Rejected...Postdoc edition

Jul 02 2012 Published by under Postdoc

We recently interviewed a postdoctoral candidate for our lab and rejected the chap for more than a few reasons:

-No papers.  Not a big deal but when combined with everything else, it doesn't help.
-No enthusiasm for anything that we do in the lab.  The dumpsterbaby reportedly checked his iPhone while speaking to one of the senior technicians in the lab and what we do and what the culture of the lab is like.
-Didn't really care to talk science at all during the interview process.  If I wanted to make small take, I'd have talk to someone more interesting.
-Forgetting to read some of the most recent papers from the lab.  Ding ding ding, this is the kiss of death.  We no longer work on redacted, that was like 10 years ago and what the boss got tenure on, we've changed topics.  Hopefully you would have noticed this.
-Not disclosing pertinent information on your CV.

He was a nice guy but lets face it, we are in a business that doesn't put a premium on nice guys, just folks that have their act together and will get the job done.  When you interview you have to have your proverbial shit together and be well read on what your potential lab does.  Also its not a good thing when your CV has huge gaps in it that seem to be filled in on your LinkedIn profile.  Consistency is the key.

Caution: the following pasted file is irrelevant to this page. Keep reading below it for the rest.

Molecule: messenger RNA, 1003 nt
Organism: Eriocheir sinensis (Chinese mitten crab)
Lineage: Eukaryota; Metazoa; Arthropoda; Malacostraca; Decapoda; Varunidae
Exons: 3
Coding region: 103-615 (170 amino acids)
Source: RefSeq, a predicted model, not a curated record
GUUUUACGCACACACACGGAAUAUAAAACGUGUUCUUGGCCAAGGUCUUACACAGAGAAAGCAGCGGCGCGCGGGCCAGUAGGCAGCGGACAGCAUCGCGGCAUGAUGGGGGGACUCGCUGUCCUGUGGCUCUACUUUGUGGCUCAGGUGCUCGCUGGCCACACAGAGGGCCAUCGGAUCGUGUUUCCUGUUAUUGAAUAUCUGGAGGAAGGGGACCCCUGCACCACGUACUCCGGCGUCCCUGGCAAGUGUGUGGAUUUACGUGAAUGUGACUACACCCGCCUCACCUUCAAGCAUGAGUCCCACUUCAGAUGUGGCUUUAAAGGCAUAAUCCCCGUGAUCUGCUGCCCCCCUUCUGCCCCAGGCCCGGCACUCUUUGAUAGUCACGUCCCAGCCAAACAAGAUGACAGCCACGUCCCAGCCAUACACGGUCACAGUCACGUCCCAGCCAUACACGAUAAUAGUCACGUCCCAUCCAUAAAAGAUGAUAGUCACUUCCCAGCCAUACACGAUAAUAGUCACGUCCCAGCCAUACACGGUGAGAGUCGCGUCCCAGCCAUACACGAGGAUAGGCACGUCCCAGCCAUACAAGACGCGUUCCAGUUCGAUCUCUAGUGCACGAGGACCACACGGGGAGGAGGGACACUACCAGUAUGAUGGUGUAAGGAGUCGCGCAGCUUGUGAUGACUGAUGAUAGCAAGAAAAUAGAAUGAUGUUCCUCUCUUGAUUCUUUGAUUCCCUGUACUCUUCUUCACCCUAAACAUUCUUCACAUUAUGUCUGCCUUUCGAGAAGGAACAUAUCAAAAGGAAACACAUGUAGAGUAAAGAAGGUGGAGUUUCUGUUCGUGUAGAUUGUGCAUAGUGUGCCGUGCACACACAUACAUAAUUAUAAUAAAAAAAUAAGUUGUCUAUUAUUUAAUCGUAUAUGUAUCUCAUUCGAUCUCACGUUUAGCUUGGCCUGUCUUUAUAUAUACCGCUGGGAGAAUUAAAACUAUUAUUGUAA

11 responses so far

  • Dr Becca says:

    I don't get it...if his CV sucked and he had no papers, why did you interview him?

    • Genomic Repairman says:

      He comes from a good lab but one that is very slow to publish. And boss decided to fly him out not me

    • Yael says:

      I got interviews and offers when my first paper was in the revision stage, but nothing was published.

  • DrugMonkey says:

    You snooped him on Linked-In?

  • Dr 27 says:

    Wow, that's just .... why did this person go on an interview at all? Also, how on earth did he get an invitation in the first place?

  • We were interested in doing something that his lab was known for and we thought he was well versed in that field. Turns out not so much. I think because he seemed appealing we would take him bring him in and interview him. It was an unsolicited email from the guy to my boss at a time when we were just submitting a proposal on work that we thought he would be useful for.

  • Jim Thomerson says:

    I never understood what was going on here. Some years ago, our chair, who was cell biology/medical oriented, invited a series of post docs in to give a lecture. Maybe fifteen minutes into the lecture, he would stand up and ask the post doc what hypothesis he was testing. None of the post docs could give an answer to the question. I don't know what the chair was trying to accomplish, and I did not understand why the post docs could not answer the most fundimental question about their efforts.

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